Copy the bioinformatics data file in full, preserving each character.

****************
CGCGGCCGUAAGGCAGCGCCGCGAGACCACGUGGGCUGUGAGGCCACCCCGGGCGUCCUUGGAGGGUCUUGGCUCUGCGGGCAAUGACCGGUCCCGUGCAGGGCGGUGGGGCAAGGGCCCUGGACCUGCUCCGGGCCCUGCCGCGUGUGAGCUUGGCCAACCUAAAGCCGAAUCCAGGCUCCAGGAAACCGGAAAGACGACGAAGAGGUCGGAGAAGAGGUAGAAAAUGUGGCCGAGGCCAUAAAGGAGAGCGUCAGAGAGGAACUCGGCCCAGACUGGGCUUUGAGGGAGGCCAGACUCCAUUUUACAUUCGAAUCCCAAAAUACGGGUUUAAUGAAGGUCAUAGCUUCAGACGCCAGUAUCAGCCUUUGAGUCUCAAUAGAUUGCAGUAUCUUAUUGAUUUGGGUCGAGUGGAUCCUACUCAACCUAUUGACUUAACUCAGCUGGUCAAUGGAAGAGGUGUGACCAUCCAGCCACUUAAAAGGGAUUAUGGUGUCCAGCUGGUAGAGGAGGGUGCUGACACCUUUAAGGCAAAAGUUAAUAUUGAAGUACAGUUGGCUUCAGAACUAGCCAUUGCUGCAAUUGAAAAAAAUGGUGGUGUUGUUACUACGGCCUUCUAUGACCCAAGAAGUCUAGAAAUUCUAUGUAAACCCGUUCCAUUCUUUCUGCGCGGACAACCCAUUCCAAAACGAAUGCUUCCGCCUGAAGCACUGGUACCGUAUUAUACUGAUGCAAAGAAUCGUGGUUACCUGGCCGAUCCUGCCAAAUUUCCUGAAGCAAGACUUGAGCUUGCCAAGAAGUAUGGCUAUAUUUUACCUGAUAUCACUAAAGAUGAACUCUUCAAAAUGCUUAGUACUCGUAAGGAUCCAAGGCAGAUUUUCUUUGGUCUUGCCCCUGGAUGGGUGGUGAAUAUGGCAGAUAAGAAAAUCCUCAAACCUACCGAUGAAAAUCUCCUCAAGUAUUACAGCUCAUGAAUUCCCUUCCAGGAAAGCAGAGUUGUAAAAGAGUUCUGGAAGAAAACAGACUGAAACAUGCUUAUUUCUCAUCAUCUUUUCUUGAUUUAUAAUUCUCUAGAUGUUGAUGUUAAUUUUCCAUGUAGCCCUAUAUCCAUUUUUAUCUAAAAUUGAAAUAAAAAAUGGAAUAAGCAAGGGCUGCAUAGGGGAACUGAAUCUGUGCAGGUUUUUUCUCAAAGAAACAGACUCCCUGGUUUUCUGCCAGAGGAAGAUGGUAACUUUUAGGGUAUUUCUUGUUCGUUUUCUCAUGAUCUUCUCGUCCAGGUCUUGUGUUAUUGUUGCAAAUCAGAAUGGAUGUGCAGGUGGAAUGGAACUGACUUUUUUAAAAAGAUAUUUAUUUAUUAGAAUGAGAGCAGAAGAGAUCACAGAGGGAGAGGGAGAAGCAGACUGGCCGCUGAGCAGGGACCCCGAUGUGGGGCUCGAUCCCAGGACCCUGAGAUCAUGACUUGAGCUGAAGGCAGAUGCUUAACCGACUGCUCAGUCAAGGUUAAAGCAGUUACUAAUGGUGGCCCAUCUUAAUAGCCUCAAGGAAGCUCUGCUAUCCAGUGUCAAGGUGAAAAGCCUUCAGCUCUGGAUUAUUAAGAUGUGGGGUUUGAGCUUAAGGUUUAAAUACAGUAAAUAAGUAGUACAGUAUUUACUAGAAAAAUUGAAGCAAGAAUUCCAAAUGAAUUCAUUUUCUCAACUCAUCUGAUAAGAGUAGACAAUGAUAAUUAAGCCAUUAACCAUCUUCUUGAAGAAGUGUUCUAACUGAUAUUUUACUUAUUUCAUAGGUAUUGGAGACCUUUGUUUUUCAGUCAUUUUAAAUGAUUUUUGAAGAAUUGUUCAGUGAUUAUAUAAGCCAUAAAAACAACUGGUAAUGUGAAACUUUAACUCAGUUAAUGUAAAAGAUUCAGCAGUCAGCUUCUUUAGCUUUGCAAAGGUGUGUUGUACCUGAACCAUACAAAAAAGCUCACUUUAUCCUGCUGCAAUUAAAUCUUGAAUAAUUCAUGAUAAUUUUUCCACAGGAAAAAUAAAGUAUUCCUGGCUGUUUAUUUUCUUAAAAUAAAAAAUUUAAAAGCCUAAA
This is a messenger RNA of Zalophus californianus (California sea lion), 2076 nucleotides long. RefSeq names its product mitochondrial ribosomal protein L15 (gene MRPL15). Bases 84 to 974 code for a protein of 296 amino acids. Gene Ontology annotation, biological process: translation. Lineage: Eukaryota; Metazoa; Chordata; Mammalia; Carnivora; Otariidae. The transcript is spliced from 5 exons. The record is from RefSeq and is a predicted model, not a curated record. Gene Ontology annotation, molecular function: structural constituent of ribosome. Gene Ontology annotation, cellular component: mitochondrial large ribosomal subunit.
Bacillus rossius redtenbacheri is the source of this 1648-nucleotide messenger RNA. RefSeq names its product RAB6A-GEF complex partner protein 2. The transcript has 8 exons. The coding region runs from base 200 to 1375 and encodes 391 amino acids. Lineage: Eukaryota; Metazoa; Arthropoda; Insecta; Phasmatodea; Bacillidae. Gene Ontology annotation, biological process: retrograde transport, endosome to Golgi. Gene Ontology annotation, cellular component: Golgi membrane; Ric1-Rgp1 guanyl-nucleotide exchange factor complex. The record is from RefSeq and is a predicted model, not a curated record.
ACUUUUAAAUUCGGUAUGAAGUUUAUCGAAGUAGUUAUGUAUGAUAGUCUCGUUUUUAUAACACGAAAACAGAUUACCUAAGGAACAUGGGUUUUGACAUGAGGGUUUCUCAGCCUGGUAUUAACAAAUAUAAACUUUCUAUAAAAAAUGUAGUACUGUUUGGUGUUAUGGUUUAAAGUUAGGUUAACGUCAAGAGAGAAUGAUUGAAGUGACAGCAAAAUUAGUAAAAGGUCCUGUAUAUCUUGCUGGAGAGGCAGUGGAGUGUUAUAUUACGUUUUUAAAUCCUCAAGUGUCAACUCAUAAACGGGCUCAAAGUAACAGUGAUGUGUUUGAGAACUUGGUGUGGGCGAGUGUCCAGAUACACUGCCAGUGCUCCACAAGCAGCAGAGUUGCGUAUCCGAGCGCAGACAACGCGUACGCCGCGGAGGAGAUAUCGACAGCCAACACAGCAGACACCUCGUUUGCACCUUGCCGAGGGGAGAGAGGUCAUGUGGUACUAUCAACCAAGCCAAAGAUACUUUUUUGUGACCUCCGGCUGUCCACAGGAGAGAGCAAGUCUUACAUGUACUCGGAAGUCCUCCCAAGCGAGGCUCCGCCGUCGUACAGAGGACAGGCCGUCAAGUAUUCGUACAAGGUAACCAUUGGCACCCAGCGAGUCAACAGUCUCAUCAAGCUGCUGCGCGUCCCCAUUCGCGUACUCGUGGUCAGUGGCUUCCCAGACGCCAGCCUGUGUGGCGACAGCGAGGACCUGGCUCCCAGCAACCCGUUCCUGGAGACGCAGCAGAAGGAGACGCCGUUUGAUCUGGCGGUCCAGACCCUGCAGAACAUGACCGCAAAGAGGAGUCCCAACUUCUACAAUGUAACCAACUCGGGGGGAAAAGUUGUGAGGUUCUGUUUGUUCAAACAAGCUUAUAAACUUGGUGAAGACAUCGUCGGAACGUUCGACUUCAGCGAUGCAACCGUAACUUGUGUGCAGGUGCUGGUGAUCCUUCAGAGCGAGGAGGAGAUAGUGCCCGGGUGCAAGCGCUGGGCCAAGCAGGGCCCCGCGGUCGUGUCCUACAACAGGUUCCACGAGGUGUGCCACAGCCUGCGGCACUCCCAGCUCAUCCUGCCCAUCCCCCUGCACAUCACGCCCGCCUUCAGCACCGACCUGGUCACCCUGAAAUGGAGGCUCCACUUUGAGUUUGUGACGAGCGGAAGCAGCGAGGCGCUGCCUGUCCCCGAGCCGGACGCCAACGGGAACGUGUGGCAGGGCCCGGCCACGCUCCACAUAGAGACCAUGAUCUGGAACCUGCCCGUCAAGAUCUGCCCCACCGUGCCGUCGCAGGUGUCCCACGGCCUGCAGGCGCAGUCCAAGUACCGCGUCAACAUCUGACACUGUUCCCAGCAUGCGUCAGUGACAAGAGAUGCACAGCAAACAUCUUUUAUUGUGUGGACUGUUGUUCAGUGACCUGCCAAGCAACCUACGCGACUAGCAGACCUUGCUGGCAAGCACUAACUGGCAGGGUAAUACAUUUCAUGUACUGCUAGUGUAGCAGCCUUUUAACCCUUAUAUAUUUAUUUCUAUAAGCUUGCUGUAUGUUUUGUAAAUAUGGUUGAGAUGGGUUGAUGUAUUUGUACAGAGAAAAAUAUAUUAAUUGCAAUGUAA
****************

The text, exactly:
CGCGGCCGUAAGGCAGCGCCGCGAGACCACGUGGGCUGUGAGGCCACCCCGGGCGUCCUUGGAGGGUCUUGGCUCUGCGGGCAAUGACCGGUCCCGUGCAGGGCGGUGGGGCAAGGGCCCUGGACCUGCUCCGGGCCCUGCCGCGUGUGAGCUUGGCCAACCUAAAGCCGAAUCCAGGCUCCAGGAAACCGGAAAGACGACGAAGAGGUCGGAGAAGAGGUAGAAAAUGUGGCCGAGGCCAUAAAGGAGAGCGUCAGAGAGGAACUCGGCCCAGACUGGGCUUUGAGGGAGGCCAGACUCCAUUUUACAUUCGAAUCCCAAAAUACGGGUUUAAUGAAGGUCAUAGCUUCAGACGCCAGUAUCAGCCUUUGAGUCUCAAUAGAUUGCAGUAUCUUAUUGAUUUGGGUCGAGUGGAUCCUACUCAACCUAUUGACUUAACUCAGCUGGUCAAUGGAAGAGGUGUGACCAUCCAGCCACUUAAAAGGGAUUAUGGUGUCCAGCUGGUAGAGGAGGGUGCUGACACCUUUAAGGCAAAAGUUAAUAUUGAAGUACAGUUGGCUUCAGAACUAGCCAUUGCUGCAAUUGAAAAAAAUGGUGGUGUUGUUACUACGGCCUUCUAUGACCCAAGAAGUCUAGAAAUUCUAUGUAAACCCGUUCCAUUCUUUCUGCGCGGACAACCCAUUCCAAAACGAAUGCUUCCGCCUGAAGCACUGGUACCGUAUUAUACUGAUGCAAAGAAUCGUGGUUACCUGGCCGAUCCUGCCAAAUUUCCUGAAGCAAGACUUGAGCUUGCCAAGAAGUAUGGCUAUAUUUUACCUGAUAUCACUAAAGAUGAACUCUUCAAAAUGCUUAGUACUCGUAAGGAUCCAAGGCAGAUUUUCUUUGGUCUUGCCCCUGGAUGGGUGGUGAAUAUGGCAGAUAAGAAAAUCCUCAAACCUACCGAUGAAAAUCUCCUCAAGUAUUACAGCUCAUGAAUUCCCUUCCAGGAAAGCAGAGUUGUAAAAGAGUUCUGGAAGAAAACAGACUGAAACAUGCUUAUUUCUCAUCAUCUUUUCUUGAUUUAUAAUUCUCUAGAUGUUGAUGUUAAUUUUCCAUGUAGCCCUAUAUCCAUUUUUAUCUAAAAUUGAAAUAAAAAAUGGAAUAAGCAAGGGCUGCAUAGGGGAACUGAAUCUGUGCAGGUUUUUUCUCAAAGAAACAGACUCCCUGGUUUUCUGCCAGAGGAAGAUGGUAACUUUUAGGGUAUUUCUUGUUCGUUUUCUCAUGAUCUUCUCGUCCAGGUCUUGUGUUAUUGUUGCAAAUCAGAAUGGAUGUGCAGGUGGAAUGGAACUGACUUUUUUAAAAAGAUAUUUAUUUAUUAGAAUGAGAGCAGAAGAGAUCACAGAGGGAGAGGGAGAAGCAGACUGGCCGCUGAGCAGGGACCCCGAUGUGGGGCUCGAUCCCAGGACCCUGAGAUCAUGACUUGAGCUGAAGGCAGAUGCUUAACCGACUGCUCAGUCAAGGUUAAAGCAGUUACUAAUGGUGGCCCAUCUUAAUAGCCUCAAGGAAGCUCUGCUAUCCAGUGUCAAGGUGAAAAGCCUUCAGCUCUGGAUUAUUAAGAUGUGGGGUUUGAGCUUAAGGUUUAAAUACAGUAAAUAAGUAGUACAGUAUUUACUAGAAAAAUUGAAGCAAGAAUUCCAAAUGAAUUCAUUUUCUCAACUCAUCUGAUAAGAGUAGACAAUGAUAAUUAAGCCAUUAACCAUCUUCUUGAAGAAGUGUUCUAACUGAUAUUUUACUUAUUUCAUAGGUAUUGGAGACCUUUGUUUUUCAGUCAUUUUAAAUGAUUUUUGAAGAAUUGUUCAGUGAUUAUAUAAGCCAUAAAAACAACUGGUAAUGUGAAACUUUAACUCAGUUAAUGUAAAAGAUUCAGCAGUCAGCUUCUUUAGCUUUGCAAAGGUGUGUUGUACCUGAACCAUACAAAAAAGCUCACUUUAUCCUGCUGCAAUUAAAUCUUGAAUAAUUCAUGAUAAUUUUUCCACAGGAAAAAUAAAGUAUUCCUGGCUGUUUAUUUUCUUAAAAUAAAAAAUUUAAAAGCCUAAA
This is a messenger RNA of Zalophus californianus (California sea lion), 2076 nucleotides long. RefSeq names its product mitochondrial ribosomal protein L15 (gene MRPL15). Bases 84 to 974 code for a protein of 296 amino acids. Gene Ontology annotation, biological process: translation. Lineage: Eukaryota; Metazoa; Chordata; Mammalia; Carnivora; Otariidae. The transcript is spliced from 5 exons. The record is from RefSeq and is a predicted model, not a curated record. Gene Ontology annotation, molecular function: structural constituent of ribosome. Gene Ontology annotation, cellular component: mitochondrial large ribosomal subunit.
Bacillus rossius redtenbacheri is the source of this 1648-nucleotide messenger RNA. RefSeq names its product RAB6A-GEF complex partner protein 2. The transcript has 8 exons. The coding region runs from base 200 to 1375 and encodes 391 amino acids. Lineage: Eukaryota; Metazoa; Arthropoda; Insecta; Phasmatodea; Bacillidae. Gene Ontology annotation, biological process: retrograde transport, endosome to Golgi. Gene Ontology annotation, cellular component: Golgi membrane; Ric1-Rgp1 guanyl-nucleotide exchange factor complex. The record is from RefSeq and is a predicted model, not a curated record.
ACUUUUAAAUUCGGUAUGAAGUUUAUCGAAGUAGUUAUGUAUGAUAGUCUCGUUUUUAUAACACGAAAACAGAUUACCUAAGGAACAUGGGUUUUGACAUGAGGGUUUCUCAGCCUGGUAUUAACAAAUAUAAACUUUCUAUAAAAAAUGUAGUACUGUUUGGUGUUAUGGUUUAAAGUUAGGUUAACGUCAAGAGAGAAUGAUUGAAGUGACAGCAAAAUUAGUAAAAGGUCCUGUAUAUCUUGCUGGAGAGGCAGUGGAGUGUUAUAUUACGUUUUUAAAUCCUCAAGUGUCAACUCAUAAACGGGCUCAAAGUAACAGUGAUGUGUUUGAGAACUUGGUGUGGGCGAGUGUCCAGAUACACUGCCAGUGCUCCACAAGCAGCAGAGUUGCGUAUCCGAGCGCAGACAACGCGUACGCCGCGGAGGAGAUAUCGACAGCCAACACAGCAGACACCUCGUUUGCACCUUGCCGAGGGGAGAGAGGUCAUGUGGUACUAUCAACCAAGCCAAAGAUACUUUUUUGUGACCUCCGGCUGUCCACAGGAGAGAGCAAGUCUUACAUGUACUCGGAAGUCCUCCCAAGCGAGGCUCCGCCGUCGUACAGAGGACAGGCCGUCAAGUAUUCGUACAAGGUAACCAUUGGCACCCAGCGAGUCAACAGUCUCAUCAAGCUGCUGCGCGUCCCCAUUCGCGUACUCGUGGUCAGUGGCUUCCCAGACGCCAGCCUGUGUGGCGACAGCGAGGACCUGGCUCCCAGCAACCCGUUCCUGGAGACGCAGCAGAAGGAGACGCCGUUUGAUCUGGCGGUCCAGACCCUGCAGAACAUGACCGCAAAGAGGAGUCCCAACUUCUACAAUGUAACCAACUCGGGGGGAAAAGUUGUGAGGUUCUGUUUGUUCAAACAAGCUUAUAAACUUGGUGAAGACAUCGUCGGAACGUUCGACUUCAGCGAUGCAACCGUAACUUGUGUGCAGGUGCUGGUGAUCCUUCAGAGCGAGGAGGAGAUAGUGCCCGGGUGCAAGCGCUGGGCCAAGCAGGGCCCCGCGGUCGUGUCCUACAACAGGUUCCACGAGGUGUGCCACAGCCUGCGGCACUCCCAGCUCAUCCUGCCCAUCCCCCUGCACAUCACGCCCGCCUUCAGCACCGACCUGGUCACCCUGAAAUGGAGGCUCCACUUUGAGUUUGUGACGAGCGGAAGCAGCGAGGCGCUGCCUGUCCCCGAGCCGGACGCCAACGGGAACGUGUGGCAGGGCCCGGCCACGCUCCACAUAGAGACCAUGAUCUGGAACCUGCCCGUCAAGAUCUGCCCCACCGUGCCGUCGCAGGUGUCCCACGGCCUGCAGGCGCAGUCCAAGUACCGCGUCAACAUCUGACACUGUUCCCAGCAUGCGUCAGUGACAAGAGAUGCACAGCAAACAUCUUUUAUUGUGUGGACUGUUGUUCAGUGACCUGCCAAGCAACCUACGCGACUAGCAGACCUUGCUGGCAAGCACUAACUGGCAGGGUAAUACAUUUCAUGUACUGCUAGUGUAGCAGCCUUUUAACCCUUAUAUAUUUAUUUCUAUAAGCUUGCUGUAUGUUUUGUAAAUAUGGUUGAGAUGGGUUGAUGUAUUUGUACAGAGAAAAAUAUAUUAAUUGCAAUGUAA